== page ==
A perfect analysis by Ed Ring of the California Policy Center of the list of suggestions by the League of California Cites (Retirement System Sustainability Study and Findings) and Ed's interpretation of each point. He also includes a "how to" guide for elected officials which is so good, so on-point, that I think we should send it to every elected official who serves us.
In a nutshell, the League of California Cities suggests we pay CalPERS more, raise taxes, cut services, make pension recipients pay more, and go into debt to pay off debt. There's only one appealing suggestion on that list, and it's the least likely to happen: make pension recipients pay more.
CalPERS voted yesterday to adopt a 20 year amortization, a move that will add even more pressure on our local governments, resulting in higher taxes and more cuts to services. A cynic might surmise that the local school districts were preparing for this additional burden by increased parcel taxes on local ballots.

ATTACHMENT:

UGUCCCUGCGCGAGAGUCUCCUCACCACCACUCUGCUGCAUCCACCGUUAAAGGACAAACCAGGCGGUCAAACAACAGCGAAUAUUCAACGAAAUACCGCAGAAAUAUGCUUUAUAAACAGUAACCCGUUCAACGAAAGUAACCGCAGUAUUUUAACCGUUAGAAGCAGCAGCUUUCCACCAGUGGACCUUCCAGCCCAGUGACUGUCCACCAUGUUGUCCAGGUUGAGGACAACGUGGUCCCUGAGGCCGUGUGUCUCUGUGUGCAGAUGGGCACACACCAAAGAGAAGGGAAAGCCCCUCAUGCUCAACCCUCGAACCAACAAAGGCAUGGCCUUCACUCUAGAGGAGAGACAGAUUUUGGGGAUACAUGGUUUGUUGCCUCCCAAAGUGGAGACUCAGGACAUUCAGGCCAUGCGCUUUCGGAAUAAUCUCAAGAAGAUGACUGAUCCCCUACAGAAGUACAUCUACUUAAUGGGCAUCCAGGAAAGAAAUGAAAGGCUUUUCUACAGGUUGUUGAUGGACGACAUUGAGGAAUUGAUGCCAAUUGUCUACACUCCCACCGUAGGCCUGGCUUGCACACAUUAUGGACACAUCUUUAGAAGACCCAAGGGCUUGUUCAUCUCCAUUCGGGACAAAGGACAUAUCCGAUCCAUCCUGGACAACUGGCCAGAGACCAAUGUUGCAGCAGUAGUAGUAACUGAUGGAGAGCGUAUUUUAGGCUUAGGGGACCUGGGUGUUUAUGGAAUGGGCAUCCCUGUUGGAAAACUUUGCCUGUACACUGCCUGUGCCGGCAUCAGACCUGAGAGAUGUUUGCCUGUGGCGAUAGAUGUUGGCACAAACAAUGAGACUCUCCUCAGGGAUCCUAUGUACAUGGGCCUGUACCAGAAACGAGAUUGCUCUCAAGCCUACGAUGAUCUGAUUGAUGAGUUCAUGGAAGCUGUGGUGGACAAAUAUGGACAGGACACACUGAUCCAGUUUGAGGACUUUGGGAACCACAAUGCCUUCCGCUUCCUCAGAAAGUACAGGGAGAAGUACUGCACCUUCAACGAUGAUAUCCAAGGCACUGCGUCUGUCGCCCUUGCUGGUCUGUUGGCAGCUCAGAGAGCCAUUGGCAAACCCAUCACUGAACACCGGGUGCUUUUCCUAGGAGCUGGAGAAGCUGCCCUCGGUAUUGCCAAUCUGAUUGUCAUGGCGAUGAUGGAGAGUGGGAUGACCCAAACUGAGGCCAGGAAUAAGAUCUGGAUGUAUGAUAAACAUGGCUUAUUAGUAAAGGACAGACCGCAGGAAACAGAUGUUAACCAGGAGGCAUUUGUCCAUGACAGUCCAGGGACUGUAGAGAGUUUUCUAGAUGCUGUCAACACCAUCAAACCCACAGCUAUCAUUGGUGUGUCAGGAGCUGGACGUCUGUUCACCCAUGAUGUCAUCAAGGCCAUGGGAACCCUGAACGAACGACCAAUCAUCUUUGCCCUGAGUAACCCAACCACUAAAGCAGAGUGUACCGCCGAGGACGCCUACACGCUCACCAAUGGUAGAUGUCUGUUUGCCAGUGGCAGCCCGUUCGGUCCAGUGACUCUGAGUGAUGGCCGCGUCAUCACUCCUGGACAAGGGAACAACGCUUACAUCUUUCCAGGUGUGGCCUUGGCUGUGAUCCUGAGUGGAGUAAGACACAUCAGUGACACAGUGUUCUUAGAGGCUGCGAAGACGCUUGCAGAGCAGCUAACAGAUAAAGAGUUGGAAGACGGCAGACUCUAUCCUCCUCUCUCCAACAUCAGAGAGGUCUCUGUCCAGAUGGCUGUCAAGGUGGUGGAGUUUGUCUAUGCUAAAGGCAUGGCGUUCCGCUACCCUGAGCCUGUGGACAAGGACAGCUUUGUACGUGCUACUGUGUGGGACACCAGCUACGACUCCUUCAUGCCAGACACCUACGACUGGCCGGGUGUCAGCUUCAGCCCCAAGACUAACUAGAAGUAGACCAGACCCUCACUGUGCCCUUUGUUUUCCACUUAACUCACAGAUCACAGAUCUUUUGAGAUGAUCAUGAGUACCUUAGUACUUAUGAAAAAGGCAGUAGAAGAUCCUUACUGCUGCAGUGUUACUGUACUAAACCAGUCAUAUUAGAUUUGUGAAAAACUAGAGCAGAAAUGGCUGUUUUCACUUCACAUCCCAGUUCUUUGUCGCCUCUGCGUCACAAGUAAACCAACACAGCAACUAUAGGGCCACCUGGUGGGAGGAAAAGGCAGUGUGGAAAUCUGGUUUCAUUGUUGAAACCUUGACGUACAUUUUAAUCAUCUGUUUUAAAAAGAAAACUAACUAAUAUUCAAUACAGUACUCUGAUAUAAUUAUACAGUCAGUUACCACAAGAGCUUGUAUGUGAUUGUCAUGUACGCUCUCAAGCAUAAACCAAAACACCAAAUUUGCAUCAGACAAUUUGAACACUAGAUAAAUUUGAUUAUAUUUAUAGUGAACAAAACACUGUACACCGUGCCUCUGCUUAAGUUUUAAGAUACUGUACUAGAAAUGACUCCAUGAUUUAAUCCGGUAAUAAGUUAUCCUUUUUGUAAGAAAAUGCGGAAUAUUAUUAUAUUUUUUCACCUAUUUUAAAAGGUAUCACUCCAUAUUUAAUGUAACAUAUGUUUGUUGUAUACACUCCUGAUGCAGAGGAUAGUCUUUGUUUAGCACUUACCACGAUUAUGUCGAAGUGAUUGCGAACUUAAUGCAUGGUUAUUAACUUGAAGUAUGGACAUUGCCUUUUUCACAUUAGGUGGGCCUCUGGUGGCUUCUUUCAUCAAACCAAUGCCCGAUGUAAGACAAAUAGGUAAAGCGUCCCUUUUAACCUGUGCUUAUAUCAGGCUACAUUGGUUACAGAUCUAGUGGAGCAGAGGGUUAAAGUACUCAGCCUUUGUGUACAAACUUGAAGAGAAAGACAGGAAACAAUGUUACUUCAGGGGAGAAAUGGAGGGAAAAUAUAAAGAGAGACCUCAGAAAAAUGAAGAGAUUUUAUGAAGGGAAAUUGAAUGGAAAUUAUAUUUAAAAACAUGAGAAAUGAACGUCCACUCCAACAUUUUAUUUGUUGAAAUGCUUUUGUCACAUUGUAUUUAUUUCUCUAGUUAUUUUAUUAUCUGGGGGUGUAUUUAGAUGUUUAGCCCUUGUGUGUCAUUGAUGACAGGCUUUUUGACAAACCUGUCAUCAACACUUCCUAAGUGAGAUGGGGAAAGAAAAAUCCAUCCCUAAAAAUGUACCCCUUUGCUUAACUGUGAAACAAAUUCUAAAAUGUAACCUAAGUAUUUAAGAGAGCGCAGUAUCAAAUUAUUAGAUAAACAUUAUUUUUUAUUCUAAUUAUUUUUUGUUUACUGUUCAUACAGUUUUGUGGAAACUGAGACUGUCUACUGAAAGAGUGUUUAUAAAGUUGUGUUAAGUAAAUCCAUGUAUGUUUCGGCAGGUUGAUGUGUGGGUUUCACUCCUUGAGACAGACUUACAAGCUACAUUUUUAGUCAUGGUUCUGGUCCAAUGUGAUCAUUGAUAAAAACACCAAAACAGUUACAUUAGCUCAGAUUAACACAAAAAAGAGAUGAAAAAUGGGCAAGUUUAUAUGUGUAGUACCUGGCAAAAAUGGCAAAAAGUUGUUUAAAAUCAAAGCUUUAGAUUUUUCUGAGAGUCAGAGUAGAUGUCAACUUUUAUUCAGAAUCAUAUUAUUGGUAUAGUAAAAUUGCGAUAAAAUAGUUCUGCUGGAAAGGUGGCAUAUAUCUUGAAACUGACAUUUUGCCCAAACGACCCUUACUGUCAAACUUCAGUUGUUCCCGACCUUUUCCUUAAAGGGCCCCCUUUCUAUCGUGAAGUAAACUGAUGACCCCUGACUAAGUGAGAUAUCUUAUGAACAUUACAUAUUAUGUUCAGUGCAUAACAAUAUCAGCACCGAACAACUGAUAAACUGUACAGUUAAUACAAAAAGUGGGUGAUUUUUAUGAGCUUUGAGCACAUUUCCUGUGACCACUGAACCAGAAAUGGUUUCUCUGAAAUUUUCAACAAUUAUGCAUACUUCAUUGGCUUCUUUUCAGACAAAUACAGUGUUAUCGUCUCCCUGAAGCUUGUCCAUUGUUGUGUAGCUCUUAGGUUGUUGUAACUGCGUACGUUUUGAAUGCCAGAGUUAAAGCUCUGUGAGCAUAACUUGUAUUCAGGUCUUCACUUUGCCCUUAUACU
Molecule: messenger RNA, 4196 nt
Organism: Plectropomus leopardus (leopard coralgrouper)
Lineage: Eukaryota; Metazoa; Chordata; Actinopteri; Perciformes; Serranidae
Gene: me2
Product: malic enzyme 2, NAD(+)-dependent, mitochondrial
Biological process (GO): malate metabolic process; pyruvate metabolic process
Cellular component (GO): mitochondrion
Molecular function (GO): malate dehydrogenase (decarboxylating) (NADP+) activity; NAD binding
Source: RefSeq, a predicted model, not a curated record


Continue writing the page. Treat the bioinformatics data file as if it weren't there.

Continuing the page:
Amazing what lengths our elected officials will go to avoid speaking out openly for pension reform. You might include in your email to those officials that their silence in the California Supreme Court cases is not going unnoticed by taxpayers.
Why, for instance, haven't our supervisors voiced support of the Marin County Employees Retirement Association in MAPE vs MCERA? You'll find that answer in Ed's final suggestion to local elected officials: "Finally, remind the members of public employee unions that merely opposing their leadership on pension policies does not automatically make you their enemy. Defined benefit pensions are superior to individual 401K plans, because they do not carry the market risk nor the mortality risk that is inherent in anyone’s individual 401K. But defined benefit plans must be fair to taxpayers, they must be financially sustainable, and the participants must pay their fair share."